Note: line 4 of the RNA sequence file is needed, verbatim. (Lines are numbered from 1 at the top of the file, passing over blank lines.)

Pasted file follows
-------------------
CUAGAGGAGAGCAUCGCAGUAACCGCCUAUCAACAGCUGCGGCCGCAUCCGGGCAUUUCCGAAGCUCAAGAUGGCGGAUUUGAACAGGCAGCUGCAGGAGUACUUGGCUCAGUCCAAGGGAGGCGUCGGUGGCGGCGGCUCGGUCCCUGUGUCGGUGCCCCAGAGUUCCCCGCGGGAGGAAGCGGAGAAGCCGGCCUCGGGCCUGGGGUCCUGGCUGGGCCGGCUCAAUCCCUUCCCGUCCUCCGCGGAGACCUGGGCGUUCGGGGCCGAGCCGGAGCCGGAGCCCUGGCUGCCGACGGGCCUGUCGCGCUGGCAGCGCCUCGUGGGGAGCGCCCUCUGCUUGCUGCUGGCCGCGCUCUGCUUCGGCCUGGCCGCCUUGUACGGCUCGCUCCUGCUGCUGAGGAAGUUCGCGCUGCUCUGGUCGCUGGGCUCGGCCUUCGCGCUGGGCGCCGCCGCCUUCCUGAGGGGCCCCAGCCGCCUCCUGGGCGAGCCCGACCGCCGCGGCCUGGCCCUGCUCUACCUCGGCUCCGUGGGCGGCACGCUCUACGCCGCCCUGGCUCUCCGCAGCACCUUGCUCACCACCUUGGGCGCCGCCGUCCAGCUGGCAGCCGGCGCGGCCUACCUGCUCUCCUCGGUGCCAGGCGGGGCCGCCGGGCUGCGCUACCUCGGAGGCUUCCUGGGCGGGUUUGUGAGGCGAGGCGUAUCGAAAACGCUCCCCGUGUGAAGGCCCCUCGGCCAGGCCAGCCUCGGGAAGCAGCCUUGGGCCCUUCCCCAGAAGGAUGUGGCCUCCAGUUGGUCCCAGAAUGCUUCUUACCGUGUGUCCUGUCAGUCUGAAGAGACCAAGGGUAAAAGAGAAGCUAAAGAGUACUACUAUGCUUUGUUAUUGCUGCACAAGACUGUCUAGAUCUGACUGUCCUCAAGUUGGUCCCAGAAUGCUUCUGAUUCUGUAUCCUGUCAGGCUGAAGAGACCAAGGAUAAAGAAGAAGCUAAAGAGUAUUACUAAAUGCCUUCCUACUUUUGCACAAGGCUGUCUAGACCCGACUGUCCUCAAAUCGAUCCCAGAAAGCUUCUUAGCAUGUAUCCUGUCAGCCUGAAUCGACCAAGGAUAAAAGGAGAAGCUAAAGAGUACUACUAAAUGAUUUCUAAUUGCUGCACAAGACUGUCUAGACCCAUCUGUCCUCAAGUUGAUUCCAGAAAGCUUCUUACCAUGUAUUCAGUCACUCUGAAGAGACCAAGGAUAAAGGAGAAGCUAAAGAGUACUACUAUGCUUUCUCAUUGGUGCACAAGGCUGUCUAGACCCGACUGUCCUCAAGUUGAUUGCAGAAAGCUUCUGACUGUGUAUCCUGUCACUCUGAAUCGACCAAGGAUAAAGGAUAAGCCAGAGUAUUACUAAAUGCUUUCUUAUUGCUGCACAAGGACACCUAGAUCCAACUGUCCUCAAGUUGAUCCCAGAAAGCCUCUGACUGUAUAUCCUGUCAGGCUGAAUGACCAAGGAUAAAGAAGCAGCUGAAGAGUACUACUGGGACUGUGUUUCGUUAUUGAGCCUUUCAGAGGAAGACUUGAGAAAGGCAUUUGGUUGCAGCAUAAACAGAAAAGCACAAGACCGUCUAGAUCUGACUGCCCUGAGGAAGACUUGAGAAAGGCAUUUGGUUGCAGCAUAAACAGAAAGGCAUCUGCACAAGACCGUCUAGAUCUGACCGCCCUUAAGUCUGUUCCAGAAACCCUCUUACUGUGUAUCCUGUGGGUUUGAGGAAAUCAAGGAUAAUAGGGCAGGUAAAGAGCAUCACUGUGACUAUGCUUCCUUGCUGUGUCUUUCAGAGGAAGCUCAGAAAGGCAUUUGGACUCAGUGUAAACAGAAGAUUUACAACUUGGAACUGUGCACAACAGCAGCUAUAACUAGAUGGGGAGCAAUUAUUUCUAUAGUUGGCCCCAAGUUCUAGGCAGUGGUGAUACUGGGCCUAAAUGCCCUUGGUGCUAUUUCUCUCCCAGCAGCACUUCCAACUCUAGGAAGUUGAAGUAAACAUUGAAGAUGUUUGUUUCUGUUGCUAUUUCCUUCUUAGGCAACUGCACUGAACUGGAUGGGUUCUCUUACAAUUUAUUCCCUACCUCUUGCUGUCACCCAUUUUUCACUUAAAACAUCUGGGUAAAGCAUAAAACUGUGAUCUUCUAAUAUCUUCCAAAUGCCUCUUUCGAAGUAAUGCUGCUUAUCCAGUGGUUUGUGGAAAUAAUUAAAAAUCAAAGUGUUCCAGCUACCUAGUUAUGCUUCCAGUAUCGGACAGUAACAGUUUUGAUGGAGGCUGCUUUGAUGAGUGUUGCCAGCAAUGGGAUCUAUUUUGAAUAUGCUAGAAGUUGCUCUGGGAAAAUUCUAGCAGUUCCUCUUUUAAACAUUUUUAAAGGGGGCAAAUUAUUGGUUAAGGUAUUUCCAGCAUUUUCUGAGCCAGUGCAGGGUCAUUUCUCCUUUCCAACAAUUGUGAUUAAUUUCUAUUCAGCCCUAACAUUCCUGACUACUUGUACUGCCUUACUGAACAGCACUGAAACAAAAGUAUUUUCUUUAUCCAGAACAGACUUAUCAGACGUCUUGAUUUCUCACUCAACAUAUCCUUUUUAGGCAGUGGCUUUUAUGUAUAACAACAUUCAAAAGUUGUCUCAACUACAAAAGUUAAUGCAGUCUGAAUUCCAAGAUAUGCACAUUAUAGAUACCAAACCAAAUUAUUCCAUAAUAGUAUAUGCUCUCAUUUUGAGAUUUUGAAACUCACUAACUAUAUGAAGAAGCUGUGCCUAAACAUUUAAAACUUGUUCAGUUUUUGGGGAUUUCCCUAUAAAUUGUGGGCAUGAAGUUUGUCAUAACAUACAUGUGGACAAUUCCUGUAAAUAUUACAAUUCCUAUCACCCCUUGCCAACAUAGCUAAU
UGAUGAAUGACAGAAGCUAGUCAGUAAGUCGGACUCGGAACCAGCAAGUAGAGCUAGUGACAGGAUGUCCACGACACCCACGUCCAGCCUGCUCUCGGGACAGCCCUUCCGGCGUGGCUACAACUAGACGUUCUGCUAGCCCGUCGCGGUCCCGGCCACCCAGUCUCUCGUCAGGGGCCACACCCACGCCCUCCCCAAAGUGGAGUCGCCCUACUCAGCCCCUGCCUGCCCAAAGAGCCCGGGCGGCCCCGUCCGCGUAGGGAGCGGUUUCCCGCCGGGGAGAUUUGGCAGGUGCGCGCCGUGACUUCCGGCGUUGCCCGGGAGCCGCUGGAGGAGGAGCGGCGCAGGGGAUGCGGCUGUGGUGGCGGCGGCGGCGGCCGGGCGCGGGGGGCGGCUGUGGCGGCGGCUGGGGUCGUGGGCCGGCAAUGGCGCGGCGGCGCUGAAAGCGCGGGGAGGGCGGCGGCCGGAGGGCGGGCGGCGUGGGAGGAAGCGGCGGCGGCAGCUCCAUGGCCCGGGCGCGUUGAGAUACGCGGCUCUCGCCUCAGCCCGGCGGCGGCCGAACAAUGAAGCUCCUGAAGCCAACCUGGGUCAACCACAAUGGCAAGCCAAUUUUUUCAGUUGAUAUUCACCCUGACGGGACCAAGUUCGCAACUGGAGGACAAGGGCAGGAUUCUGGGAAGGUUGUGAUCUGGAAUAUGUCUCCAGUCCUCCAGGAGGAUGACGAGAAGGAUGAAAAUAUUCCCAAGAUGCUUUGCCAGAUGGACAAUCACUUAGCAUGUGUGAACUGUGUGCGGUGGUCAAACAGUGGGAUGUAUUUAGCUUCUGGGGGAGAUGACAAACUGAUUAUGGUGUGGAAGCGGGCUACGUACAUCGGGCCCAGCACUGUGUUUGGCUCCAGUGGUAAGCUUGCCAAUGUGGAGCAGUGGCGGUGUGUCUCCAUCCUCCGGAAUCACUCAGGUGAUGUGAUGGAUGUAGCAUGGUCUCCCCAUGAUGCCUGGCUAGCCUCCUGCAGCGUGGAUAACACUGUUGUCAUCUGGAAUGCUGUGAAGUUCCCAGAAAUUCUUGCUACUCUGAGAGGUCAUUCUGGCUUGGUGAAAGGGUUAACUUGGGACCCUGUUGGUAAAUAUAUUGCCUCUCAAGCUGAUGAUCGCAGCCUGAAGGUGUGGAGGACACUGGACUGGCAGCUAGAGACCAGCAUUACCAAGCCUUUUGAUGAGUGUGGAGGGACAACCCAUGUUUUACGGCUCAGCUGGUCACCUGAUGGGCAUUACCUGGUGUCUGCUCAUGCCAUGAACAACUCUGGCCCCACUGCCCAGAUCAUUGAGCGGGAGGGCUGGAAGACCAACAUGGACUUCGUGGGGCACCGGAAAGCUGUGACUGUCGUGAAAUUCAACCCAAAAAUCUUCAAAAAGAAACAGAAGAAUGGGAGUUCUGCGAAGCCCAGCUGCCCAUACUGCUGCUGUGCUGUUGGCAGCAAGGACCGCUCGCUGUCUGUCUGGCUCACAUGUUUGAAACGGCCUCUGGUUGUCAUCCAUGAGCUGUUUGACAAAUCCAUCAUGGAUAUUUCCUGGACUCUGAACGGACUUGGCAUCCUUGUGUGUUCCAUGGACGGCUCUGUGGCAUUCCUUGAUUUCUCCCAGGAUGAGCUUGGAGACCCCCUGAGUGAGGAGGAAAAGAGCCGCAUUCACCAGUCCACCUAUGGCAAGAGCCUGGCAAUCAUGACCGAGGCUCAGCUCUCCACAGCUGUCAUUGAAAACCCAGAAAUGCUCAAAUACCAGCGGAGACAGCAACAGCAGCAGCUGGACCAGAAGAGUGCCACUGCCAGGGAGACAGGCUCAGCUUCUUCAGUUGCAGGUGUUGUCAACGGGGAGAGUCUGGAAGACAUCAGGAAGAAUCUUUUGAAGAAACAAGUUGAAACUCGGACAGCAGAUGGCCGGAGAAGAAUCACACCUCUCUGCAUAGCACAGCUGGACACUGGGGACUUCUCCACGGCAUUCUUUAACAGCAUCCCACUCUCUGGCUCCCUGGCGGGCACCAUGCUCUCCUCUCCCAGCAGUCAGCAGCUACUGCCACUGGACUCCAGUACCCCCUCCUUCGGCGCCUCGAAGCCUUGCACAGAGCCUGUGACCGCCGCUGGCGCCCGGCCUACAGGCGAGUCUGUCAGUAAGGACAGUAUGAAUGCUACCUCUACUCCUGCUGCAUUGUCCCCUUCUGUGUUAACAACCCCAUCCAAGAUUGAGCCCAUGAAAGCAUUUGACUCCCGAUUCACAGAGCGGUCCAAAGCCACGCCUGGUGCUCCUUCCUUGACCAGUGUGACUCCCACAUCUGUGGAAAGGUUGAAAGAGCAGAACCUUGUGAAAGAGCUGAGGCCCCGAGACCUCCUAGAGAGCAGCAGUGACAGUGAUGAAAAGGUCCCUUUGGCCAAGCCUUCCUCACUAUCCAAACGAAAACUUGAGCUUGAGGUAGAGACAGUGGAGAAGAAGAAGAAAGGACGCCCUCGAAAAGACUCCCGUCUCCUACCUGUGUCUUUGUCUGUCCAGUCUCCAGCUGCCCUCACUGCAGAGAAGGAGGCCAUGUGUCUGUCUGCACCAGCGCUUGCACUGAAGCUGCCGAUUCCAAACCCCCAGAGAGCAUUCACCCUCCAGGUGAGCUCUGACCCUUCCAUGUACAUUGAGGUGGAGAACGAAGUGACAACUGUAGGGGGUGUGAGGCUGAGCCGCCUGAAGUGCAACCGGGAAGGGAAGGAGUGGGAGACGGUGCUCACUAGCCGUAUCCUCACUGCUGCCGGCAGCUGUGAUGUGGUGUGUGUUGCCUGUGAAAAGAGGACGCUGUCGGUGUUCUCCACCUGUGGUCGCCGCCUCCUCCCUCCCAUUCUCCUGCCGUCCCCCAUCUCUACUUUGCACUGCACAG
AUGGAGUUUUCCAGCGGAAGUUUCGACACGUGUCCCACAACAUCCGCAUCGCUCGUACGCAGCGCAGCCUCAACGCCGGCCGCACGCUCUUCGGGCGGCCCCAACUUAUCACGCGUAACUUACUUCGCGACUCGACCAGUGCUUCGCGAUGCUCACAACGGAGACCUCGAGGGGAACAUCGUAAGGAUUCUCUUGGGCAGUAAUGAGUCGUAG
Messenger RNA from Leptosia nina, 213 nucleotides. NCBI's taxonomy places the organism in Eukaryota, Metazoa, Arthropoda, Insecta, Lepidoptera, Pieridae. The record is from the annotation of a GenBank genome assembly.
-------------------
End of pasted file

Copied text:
Messenger RNA from Leptosia nina, 213 nucleotides. NCBI's taxonomy places the organism in Eukaryota, Metazoa, Arthropoda, Insecta, Lepidoptera, Pieridae. The record is from the annotation of a GenBank genome assembly.